As the parent of a disabled child, you probably have some concern about your son’s or daughter’s future. If you want to continue to provide for your child after your death, you may want to consider forming a special needs trust.
A special needs trust does not transfer ownership of your assets to your disabled child. Instead, funds remain in trust for your son’s or daughter’s benefit. As a result, the funds do not typically interfere with needs-based government assistance.
Improve quality of life
While your disabled child may be eligible for Medicaid, Supplemental Security Income or another income-measured public program, government assistance typically does not cover more than basic living expenses and medical care.
When you establish a special needs trust, you give your son or daughter access to trust disbursements that improve his or her quality of life. While your child may not use trust funds for ordinary expenses, he or she may access the trust for supplemental ones.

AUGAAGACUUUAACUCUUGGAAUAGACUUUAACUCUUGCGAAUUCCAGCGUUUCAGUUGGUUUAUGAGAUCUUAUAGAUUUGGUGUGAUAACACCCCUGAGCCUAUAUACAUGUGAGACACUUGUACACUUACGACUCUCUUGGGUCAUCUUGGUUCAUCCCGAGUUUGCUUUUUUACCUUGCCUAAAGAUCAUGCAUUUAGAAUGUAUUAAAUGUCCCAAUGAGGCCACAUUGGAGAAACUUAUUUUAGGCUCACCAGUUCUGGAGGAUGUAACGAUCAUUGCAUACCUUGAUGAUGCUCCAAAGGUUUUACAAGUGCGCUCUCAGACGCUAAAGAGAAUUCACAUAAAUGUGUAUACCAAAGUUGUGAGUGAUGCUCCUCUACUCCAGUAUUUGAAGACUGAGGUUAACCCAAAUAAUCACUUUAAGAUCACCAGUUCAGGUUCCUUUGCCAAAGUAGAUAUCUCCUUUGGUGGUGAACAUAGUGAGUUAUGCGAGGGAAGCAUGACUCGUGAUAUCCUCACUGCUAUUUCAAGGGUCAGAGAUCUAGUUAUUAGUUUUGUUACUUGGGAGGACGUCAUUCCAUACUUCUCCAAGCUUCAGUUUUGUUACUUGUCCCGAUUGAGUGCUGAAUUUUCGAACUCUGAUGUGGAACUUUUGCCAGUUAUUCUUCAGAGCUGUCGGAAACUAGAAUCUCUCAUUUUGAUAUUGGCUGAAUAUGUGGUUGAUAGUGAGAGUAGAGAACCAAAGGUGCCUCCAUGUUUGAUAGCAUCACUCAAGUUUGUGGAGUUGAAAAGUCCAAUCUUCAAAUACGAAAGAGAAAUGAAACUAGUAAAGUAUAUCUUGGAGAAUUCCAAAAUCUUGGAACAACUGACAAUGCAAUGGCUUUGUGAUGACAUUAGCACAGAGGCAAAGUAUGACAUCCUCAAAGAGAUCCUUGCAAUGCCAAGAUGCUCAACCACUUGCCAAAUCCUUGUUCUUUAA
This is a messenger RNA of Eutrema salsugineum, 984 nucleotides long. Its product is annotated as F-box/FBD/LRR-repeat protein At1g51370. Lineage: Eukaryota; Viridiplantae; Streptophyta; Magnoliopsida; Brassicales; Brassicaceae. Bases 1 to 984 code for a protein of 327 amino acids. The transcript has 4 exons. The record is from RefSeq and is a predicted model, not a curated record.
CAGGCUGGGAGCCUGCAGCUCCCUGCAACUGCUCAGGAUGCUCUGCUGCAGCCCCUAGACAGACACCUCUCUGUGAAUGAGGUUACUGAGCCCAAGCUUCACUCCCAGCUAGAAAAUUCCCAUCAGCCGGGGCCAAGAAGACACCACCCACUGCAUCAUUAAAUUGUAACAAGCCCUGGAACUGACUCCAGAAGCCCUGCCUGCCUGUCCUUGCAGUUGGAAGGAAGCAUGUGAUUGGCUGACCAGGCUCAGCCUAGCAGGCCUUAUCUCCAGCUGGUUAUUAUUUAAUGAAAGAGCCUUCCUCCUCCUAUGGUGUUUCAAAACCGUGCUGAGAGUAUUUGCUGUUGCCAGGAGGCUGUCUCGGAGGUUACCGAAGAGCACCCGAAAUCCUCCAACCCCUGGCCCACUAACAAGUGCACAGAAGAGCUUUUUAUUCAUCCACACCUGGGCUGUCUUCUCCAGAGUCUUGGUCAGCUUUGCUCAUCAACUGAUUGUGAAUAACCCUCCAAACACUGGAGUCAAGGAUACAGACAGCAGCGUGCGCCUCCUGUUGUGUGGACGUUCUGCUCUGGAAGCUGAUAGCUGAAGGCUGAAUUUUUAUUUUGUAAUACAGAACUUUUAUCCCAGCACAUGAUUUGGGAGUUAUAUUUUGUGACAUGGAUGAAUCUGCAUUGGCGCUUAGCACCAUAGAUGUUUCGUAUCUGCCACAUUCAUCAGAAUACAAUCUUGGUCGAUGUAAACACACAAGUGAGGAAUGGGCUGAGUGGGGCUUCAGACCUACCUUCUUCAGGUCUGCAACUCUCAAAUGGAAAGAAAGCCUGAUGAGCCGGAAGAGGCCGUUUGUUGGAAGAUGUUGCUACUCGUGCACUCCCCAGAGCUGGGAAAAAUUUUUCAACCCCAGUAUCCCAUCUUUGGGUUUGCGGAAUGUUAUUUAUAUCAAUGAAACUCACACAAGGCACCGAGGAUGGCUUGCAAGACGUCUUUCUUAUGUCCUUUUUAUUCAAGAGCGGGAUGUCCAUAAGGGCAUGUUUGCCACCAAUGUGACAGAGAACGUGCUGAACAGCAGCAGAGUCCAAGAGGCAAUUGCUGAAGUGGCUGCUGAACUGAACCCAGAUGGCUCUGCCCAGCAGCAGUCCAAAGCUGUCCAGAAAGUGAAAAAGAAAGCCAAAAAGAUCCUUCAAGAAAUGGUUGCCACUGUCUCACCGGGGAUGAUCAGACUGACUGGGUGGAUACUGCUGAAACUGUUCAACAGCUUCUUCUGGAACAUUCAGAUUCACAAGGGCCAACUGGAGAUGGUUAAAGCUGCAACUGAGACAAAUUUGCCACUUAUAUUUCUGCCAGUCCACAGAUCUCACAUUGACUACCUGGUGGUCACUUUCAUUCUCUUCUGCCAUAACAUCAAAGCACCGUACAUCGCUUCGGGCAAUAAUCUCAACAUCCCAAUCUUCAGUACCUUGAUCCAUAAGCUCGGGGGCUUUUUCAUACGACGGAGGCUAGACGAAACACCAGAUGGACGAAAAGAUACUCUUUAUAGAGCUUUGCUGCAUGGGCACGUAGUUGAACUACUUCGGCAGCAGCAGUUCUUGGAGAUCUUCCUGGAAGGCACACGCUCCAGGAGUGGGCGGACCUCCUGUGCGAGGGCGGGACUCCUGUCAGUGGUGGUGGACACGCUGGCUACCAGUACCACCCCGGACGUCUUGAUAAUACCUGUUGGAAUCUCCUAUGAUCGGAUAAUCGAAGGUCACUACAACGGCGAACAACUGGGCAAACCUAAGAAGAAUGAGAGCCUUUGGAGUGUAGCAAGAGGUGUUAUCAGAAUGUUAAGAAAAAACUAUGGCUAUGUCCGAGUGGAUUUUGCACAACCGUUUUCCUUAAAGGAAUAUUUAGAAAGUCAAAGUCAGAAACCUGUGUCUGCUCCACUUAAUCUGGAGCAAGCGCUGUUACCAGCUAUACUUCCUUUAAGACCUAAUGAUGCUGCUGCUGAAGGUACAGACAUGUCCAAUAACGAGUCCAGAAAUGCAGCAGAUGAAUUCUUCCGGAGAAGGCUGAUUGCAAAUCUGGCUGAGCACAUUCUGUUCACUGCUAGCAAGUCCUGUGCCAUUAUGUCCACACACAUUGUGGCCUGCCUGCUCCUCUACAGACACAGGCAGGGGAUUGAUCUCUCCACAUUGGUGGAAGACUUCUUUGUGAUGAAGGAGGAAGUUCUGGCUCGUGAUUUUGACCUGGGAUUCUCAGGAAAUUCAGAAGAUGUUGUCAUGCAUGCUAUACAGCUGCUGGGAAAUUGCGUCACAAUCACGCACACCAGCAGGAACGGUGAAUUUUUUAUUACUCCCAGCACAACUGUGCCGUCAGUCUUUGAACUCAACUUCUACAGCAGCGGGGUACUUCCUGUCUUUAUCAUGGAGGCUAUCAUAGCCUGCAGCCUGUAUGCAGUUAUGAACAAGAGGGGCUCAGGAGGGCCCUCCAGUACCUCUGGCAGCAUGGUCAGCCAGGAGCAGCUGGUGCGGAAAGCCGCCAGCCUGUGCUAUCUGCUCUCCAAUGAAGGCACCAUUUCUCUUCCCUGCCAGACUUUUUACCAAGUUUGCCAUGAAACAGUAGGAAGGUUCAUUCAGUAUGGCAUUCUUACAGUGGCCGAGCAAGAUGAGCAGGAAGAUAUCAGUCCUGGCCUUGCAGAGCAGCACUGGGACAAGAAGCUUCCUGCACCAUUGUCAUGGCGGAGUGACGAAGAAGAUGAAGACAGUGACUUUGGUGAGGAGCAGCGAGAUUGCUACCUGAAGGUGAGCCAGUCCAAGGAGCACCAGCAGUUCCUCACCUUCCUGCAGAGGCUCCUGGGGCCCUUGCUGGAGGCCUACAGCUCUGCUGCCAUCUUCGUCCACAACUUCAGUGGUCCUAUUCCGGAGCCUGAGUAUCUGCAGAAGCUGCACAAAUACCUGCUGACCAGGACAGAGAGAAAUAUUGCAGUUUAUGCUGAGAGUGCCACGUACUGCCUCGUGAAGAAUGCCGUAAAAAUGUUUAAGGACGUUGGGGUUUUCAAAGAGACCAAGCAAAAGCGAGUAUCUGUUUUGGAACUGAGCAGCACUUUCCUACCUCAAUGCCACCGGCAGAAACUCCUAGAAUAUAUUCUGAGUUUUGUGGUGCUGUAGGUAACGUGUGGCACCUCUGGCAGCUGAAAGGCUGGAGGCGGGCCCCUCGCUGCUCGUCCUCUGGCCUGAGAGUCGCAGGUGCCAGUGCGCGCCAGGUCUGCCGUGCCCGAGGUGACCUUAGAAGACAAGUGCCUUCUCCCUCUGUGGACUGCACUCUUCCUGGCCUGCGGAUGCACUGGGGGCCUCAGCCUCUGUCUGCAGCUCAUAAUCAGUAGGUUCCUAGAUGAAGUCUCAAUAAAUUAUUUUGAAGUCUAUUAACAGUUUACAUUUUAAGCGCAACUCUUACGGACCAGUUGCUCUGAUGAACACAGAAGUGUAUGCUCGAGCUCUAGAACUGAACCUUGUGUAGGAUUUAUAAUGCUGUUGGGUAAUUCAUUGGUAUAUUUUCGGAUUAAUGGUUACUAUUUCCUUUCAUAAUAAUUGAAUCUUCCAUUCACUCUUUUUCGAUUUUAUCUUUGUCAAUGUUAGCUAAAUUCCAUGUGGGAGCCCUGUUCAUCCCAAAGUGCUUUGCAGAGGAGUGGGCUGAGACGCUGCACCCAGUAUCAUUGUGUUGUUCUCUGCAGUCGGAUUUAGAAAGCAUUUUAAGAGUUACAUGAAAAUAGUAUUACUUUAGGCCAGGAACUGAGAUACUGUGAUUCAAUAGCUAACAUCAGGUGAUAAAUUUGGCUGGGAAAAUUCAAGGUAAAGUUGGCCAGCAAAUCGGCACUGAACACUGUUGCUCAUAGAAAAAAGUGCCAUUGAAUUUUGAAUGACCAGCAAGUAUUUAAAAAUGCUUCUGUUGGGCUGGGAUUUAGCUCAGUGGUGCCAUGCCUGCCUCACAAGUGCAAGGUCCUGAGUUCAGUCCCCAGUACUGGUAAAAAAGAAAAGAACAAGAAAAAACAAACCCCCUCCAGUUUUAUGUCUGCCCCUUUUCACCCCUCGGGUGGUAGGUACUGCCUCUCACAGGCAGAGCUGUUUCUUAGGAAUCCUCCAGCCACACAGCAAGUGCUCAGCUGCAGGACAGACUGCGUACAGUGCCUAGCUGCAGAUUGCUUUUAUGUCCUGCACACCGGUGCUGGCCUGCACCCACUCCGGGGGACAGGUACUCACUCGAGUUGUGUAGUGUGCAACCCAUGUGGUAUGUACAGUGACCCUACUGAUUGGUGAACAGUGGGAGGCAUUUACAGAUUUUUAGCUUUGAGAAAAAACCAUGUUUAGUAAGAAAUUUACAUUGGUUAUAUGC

Among others, acceptable expenses usually include the following:
- Medical co-pays, out-of-pocket expenses and special devices
- Recreational items and athletic equipment
- Travel costs and restaurant meals
Protect your assets
For parents of disabled adult children, a special needs trust is often one element of a comprehensive estate plan. This type of trust also serves another important purpose: protecting your assets.
When you form a special needs trust, you name a trustee to oversee it. This trustee has a fiduciary obligation to provide for your child’s needs while safeguarding your assets.